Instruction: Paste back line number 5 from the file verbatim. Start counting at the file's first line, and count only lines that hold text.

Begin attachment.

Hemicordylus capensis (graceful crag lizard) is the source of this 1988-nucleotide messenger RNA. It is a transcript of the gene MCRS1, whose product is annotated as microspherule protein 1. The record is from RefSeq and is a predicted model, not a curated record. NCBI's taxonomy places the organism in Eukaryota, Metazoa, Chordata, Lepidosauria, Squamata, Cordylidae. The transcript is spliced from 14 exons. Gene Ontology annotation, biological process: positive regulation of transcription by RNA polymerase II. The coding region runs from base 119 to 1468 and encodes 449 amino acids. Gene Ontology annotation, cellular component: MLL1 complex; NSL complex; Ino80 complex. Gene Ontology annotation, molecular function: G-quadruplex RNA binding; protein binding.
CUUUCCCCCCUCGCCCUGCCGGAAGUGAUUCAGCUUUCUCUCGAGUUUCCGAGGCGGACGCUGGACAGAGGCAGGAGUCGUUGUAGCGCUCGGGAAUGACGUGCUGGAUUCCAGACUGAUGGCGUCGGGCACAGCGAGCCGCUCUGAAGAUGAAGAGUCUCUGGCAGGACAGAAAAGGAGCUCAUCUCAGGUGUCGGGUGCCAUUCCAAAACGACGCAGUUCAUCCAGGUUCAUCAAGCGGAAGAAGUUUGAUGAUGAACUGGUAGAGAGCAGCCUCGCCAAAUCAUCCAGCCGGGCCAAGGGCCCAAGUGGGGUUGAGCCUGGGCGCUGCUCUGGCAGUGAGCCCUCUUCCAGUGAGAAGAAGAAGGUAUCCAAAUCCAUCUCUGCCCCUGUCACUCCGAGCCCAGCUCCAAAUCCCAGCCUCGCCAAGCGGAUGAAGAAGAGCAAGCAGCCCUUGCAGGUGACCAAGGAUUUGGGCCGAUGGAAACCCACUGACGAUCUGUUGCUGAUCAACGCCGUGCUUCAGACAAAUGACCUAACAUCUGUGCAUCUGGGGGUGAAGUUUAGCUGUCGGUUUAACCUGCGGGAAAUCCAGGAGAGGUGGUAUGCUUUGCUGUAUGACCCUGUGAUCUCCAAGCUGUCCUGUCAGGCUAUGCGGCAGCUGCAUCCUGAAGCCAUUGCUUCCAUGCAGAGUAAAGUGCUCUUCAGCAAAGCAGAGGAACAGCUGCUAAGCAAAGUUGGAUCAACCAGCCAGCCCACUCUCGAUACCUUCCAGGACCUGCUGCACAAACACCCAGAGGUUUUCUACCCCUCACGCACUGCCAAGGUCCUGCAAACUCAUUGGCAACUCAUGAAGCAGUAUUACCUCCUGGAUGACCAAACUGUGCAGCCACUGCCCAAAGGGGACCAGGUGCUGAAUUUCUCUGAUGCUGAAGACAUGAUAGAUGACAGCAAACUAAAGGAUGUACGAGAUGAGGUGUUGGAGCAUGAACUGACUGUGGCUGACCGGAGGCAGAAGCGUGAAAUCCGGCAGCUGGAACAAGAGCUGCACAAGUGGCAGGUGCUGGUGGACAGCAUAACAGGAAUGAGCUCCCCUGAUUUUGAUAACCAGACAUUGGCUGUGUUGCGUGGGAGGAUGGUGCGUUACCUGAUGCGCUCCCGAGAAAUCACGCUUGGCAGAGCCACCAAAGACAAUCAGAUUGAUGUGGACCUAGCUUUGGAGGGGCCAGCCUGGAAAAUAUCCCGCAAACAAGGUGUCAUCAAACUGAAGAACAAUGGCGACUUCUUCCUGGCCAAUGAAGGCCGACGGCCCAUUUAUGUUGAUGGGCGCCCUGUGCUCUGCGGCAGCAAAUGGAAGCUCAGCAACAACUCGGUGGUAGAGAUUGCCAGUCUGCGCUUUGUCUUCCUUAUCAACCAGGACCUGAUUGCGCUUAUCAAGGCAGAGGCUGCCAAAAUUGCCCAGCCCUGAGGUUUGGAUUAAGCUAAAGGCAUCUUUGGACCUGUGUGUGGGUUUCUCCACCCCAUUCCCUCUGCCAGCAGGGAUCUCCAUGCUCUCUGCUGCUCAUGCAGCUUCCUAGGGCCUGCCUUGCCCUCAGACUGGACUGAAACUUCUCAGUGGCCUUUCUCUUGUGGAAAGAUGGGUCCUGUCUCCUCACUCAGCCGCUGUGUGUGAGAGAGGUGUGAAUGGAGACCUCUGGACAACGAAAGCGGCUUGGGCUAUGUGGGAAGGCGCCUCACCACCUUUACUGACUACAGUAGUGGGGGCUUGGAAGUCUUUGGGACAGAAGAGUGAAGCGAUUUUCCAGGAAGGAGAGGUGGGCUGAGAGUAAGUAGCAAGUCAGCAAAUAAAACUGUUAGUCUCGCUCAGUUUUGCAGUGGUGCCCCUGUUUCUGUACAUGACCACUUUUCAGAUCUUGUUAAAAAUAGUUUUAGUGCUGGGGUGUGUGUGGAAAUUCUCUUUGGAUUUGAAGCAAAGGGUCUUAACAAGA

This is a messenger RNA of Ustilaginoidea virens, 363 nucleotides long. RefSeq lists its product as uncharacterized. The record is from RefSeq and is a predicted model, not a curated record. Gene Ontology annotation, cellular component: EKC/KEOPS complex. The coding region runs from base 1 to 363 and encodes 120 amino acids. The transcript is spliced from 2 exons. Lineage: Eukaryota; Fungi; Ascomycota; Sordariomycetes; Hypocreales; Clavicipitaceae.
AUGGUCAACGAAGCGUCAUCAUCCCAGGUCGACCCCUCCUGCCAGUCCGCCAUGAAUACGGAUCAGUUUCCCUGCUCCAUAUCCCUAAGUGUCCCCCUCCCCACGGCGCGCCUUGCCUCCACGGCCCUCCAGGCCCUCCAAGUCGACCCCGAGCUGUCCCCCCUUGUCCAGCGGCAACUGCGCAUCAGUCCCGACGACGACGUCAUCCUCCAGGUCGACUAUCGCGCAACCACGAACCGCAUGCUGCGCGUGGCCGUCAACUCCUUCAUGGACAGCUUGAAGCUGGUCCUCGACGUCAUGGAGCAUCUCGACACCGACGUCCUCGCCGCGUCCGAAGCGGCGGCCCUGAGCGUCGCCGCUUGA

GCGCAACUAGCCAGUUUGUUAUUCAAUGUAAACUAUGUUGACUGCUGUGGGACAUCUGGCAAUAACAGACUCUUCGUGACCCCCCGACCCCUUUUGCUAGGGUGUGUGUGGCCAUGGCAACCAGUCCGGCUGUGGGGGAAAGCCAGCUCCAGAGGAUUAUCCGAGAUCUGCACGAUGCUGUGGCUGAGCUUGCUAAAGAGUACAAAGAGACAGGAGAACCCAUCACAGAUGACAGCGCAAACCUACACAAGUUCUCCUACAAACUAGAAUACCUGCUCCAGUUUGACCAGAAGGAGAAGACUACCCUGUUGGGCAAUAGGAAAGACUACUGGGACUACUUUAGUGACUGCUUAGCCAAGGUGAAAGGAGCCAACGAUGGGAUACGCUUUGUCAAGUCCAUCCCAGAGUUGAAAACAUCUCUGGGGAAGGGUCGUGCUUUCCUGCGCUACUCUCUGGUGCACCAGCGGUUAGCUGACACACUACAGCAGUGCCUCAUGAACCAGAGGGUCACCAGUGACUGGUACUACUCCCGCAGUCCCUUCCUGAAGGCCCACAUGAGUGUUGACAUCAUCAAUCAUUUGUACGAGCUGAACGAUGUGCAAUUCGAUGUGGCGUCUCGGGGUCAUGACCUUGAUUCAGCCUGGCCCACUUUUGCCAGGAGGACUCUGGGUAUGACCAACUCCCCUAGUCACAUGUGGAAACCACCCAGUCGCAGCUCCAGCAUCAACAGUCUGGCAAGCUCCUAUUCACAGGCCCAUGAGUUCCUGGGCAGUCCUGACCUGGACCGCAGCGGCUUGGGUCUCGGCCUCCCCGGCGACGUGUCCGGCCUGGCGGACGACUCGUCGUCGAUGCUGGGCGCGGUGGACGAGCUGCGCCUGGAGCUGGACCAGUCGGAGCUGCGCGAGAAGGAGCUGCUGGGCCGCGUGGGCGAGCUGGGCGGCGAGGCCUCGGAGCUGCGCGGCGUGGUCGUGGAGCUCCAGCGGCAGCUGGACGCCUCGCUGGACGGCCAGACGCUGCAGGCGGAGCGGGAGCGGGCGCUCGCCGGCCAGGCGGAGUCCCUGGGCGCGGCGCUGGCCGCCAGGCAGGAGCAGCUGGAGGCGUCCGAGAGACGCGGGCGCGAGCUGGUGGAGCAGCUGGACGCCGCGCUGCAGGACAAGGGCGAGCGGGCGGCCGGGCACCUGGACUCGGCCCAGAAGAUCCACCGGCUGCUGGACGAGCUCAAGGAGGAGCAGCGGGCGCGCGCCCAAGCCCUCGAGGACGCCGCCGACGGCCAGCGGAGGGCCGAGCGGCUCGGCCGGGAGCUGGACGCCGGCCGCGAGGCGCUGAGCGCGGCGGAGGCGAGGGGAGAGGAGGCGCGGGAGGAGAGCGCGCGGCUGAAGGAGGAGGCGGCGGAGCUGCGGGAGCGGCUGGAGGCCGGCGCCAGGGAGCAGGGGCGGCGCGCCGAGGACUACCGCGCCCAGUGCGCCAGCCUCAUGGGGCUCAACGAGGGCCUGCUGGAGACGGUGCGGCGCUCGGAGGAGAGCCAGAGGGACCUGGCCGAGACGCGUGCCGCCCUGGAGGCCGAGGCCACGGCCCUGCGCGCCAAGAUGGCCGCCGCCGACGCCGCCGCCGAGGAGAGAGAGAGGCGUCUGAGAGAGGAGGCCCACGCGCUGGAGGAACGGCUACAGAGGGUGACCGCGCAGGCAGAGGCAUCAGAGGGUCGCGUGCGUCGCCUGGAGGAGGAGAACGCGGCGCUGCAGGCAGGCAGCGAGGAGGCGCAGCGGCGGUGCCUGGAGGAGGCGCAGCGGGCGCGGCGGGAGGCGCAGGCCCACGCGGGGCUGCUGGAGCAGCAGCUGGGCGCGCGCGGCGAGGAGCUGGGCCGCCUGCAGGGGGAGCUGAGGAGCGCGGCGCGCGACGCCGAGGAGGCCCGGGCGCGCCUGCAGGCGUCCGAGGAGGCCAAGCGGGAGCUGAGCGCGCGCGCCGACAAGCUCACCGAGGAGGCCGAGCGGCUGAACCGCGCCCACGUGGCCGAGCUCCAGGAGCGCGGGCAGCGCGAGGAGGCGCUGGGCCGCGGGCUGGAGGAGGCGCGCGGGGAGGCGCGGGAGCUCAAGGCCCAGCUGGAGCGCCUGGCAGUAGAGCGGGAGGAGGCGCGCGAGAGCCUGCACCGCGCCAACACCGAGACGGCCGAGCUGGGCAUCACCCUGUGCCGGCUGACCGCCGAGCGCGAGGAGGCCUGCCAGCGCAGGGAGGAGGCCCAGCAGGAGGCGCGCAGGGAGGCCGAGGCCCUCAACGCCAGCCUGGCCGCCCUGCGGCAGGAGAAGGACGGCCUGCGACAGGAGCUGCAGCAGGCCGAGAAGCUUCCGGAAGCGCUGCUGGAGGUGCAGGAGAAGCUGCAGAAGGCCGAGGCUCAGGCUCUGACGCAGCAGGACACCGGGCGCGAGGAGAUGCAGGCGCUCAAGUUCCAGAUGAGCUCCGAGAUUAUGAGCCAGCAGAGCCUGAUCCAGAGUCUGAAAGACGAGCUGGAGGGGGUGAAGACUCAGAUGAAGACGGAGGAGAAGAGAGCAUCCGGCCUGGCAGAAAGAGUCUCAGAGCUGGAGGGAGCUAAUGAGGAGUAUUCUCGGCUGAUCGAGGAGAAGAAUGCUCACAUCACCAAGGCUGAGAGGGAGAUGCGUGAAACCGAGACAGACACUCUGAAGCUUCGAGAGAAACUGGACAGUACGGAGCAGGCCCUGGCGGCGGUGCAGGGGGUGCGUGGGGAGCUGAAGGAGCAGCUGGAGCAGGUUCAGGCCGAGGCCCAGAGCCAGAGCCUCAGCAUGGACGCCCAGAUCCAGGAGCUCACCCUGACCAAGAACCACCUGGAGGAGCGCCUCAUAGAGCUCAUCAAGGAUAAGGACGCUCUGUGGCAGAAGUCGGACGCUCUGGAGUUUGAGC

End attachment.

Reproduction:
GCGCAACUAGCCAGUUUGUUAUUCAAUGUAAACUAUGUUGACUGCUGUGGGACAUCUGGCAAUAACAGACUCUUCGUGACCCCCCGACCCCUUUUGCUAGGGUGUGUGUGGCCAUGGCAACCAGUCCGGCUGUGGGGGAAAGCCAGCUCCAGAGGAUUAUCCGAGAUCUGCACGAUGCUGUGGCUGAGCUUGCUAAAGAGUACAAAGAGACAGGAGAACCCAUCACAGAUGACAGCGCAAACCUACACAAGUUCUCCUACAAACUAGAAUACCUGCUCCAGUUUGACCAGAAGGAGAAGACUACCCUGUUGGGCAAUAGGAAAGACUACUGGGACUACUUUAGUGACUGCUUAGCCAAGGUGAAAGGAGCCAACGAUGGGAUACGCUUUGUCAAGUCCAUCCCAGAGUUGAAAACAUCUCUGGGGAAGGGUCGUGCUUUCCUGCGCUACUCUCUGGUGCACCAGCGGUUAGCUGACACACUACAGCAGUGCCUCAUGAACCAGAGGGUCACCAGUGACUGGUACUACUCCCGCAGUCCCUUCCUGAAGGCCCACAUGAGUGUUGACAUCAUCAAUCAUUUGUACGAGCUGAACGAUGUGCAAUUCGAUGUGGCGUCUCGGGGUCAUGACCUUGAUUCAGCCUGGCCCACUUUUGCCAGGAGGACUCUGGGUAUGACCAACUCCCCUAGUCACAUGUGGAAACCACCCAGUCGCAGCUCCAGCAUCAACAGUCUGGCAAGCUCCUAUUCACAGGCCCAUGAGUUCCUGGGCAGUCCUGACCUGGACCGCAGCGGCUUGGGUCUCGGCCUCCCCGGCGACGUGUCCGGCCUGGCGGACGACUCGUCGUCGAUGCUGGGCGCGGUGGACGAGCUGCGCCUGGAGCUGGACCAGUCGGAGCUGCGCGAGAAGGAGCUGCUGGGCCGCGUGGGCGAGCUGGGCGGCGAGGCCUCGGAGCUGCGCGGCGUGGUCGUGGAGCUCCAGCGGCAGCUGGACGCCUCGCUGGACGGCCAGACGCUGCAGGCGGAGCGGGAGCGGGCGCUCGCCGGCCAGGCGGAGUCCCUGGGCGCGGCGCUGGCCGCCAGGCAGGAGCAGCUGGAGGCGUCCGAGAGACGCGGGCGCGAGCUGGUGGAGCAGCUGGACGCCGCGCUGCAGGACAAGGGCGAGCGGGCGGCCGGGCACCUGGACUCGGCCCAGAAGAUCCACCGGCUGCUGGACGAGCUCAAGGAGGAGCAGCGGGCGCGCGCCCAAGCCCUCGAGGACGCCGCCGACGGCCAGCGGAGGGCCGAGCGGCUCGGCCGGGAGCUGGACGCCGGCCGCGAGGCGCUGAGCGCGGCGGAGGCGAGGGGAGAGGAGGCGCGGGAGGAGAGCGCGCGGCUGAAGGAGGAGGCGGCGGAGCUGCGGGAGCGGCUGGAGGCCGGCGCCAGGGAGCAGGGGCGGCGCGCCGAGGACUACCGCGCCCAGUGCGCCAGCCUCAUGGGGCUCAACGAGGGCCUGCUGGAGACGGUGCGGCGCUCGGAGGAGAGCCAGAGGGACCUGGCCGAGACGCGUGCCGCCCUGGAGGCCGAGGCCACGGCCCUGCGCGCCAAGAUGGCCGCCGCCGACGCCGCCGCCGAGGAGAGAGAGAGGCGUCUGAGAGAGGAGGCCCACGCGCUGGAGGAACGGCUACAGAGGGUGACCGCGCAGGCAGAGGCAUCAGAGGGUCGCGUGCGUCGCCUGGAGGAGGAGAACGCGGCGCUGCAGGCAGGCAGCGAGGAGGCGCAGCGGCGGUGCCUGGAGGAGGCGCAGCGGGCGCGGCGGGAGGCGCAGGCCCACGCGGGGCUGCUGGAGCAGCAGCUGGGCGCGCGCGGCGAGGAGCUGGGCCGCCUGCAGGGGGAGCUGAGGAGCGCGGCGCGCGACGCCGAGGAGGCCCGGGCGCGCCUGCAGGCGUCCGAGGAGGCCAAGCGGGAGCUGAGCGCGCGCGCCGACAAGCUCACCGAGGAGGCCGAGCGGCUGAACCGCGCCCACGUGGCCGAGCUCCAGGAGCGCGGGCAGCGCGAGGAGGCGCUGGGCCGCGGGCUGGAGGAGGCGCGCGGGGAGGCGCGGGAGCUCAAGGCCCAGCUGGAGCGCCUGGCAGUAGAGCGGGAGGAGGCGCGCGAGAGCCUGCACCGCGCCAACACCGAGACGGCCGAGCUGGGCAUCACCCUGUGCCGGCUGACCGCCGAGCGCGAGGAGGCCUGCCAGCGCAGGGAGGAGGCCCAGCAGGAGGCGCGCAGGGAGGCCGAGGCCCUCAACGCCAGCCUGGCCGCCCUGCGGCAGGAGAAGGACGGCCUGCGACAGGAGCUGCAGCAGGCCGAGAAGCUUCCGGAAGCGCUGCUGGAGGUGCAGGAGAAGCUGCAGAAGGCCGAGGCUCAGGCUCUGACGCAGCAGGACACCGGGCGCGAGGAGAUGCAGGCGCUCAAGUUCCAGAUGAGCUCCGAGAUUAUGAGCCAGCAGAGCCUGAUCCAGAGUCUGAAAGACGAGCUGGAGGGGGUGAAGACUCAGAUGAAGACGGAGGAGAAGAGAGCAUCCGGCCUGGCAGAAAGAGUCUCAGAGCUGGAGGGAGCUAAUGAGGAGUAUUCUCGGCUGAUCGAGGAGAAGAAUGCUCACAUCACCAAGGCUGAGAGGGAGAUGCGUGAAACCGAGACAGACACUCUGAAGCUUCGAGAGAAACUGGACAGUACGGAGCAGGCCCUGGCGGCGGUGCAGGGGGUGCGUGGGGAGCUGAAGGAGCAGCUGGAGCAGGUUCAGGCCGAGGCCCAGAGCCAGAGCCUCAGCAUGGACGCCCAGAUCCAGGAGCUCACCCUGACCAAGAACCACCUGGAGGAGCGCCUCAUAGAGCUCAUCAAGGAUAAGGACGCUCUGUGGCAGAAGUCGGACGCUCUGGAGUUUGAGC